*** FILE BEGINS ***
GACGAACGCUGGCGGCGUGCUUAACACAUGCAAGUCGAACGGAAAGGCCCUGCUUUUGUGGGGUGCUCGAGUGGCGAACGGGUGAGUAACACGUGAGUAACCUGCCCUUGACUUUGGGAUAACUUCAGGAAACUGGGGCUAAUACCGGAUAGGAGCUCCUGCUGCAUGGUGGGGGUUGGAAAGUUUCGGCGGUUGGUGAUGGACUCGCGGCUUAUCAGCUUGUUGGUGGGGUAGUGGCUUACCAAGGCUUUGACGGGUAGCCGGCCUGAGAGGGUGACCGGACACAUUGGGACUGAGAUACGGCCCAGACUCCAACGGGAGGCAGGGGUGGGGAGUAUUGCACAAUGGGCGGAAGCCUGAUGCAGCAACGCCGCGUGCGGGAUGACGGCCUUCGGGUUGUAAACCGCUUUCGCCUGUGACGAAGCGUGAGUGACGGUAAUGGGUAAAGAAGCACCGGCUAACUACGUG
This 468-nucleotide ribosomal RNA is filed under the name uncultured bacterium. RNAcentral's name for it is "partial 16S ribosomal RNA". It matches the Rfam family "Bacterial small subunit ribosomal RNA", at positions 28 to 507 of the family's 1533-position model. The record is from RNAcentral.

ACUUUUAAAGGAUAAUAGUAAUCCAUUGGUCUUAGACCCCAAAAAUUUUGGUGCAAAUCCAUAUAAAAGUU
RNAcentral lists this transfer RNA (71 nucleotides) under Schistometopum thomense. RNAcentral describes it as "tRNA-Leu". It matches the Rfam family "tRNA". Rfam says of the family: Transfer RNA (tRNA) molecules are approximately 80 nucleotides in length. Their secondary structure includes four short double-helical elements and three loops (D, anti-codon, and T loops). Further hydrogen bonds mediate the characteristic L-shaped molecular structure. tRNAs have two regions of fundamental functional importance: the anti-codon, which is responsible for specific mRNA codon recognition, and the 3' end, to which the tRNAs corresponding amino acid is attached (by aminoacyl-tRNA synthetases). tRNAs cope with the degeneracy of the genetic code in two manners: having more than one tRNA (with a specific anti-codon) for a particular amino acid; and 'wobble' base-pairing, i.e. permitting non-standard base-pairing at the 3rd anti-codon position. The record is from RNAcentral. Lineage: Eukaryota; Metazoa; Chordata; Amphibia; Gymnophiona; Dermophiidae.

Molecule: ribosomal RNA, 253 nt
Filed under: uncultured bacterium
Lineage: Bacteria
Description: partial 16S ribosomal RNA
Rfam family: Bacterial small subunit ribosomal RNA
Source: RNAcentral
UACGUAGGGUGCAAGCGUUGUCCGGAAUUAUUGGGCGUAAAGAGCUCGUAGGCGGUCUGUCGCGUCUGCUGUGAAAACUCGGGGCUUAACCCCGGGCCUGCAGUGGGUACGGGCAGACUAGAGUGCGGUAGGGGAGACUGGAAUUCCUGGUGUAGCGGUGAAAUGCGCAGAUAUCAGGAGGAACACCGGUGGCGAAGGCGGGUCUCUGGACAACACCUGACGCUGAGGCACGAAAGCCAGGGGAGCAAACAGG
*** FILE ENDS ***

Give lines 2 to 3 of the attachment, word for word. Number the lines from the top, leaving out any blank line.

This 468-nucleotide ribosomal RNA is filed under the name uncultured bacterium. RNAcentral's name for it is "partial 16S ribosomal RNA". It matches the Rfam family "Bacterial small subunit ribosomal RNA", at positions 28 to 507 of the family's 1533-position model. The record is from RNAcentral.

ACUUUUAAAGGAUAAUAGUAAUCCAUUGGUCUUAGACCCCAAAAAUUUUGGUGCAAAUCCAUAUAAAAGUU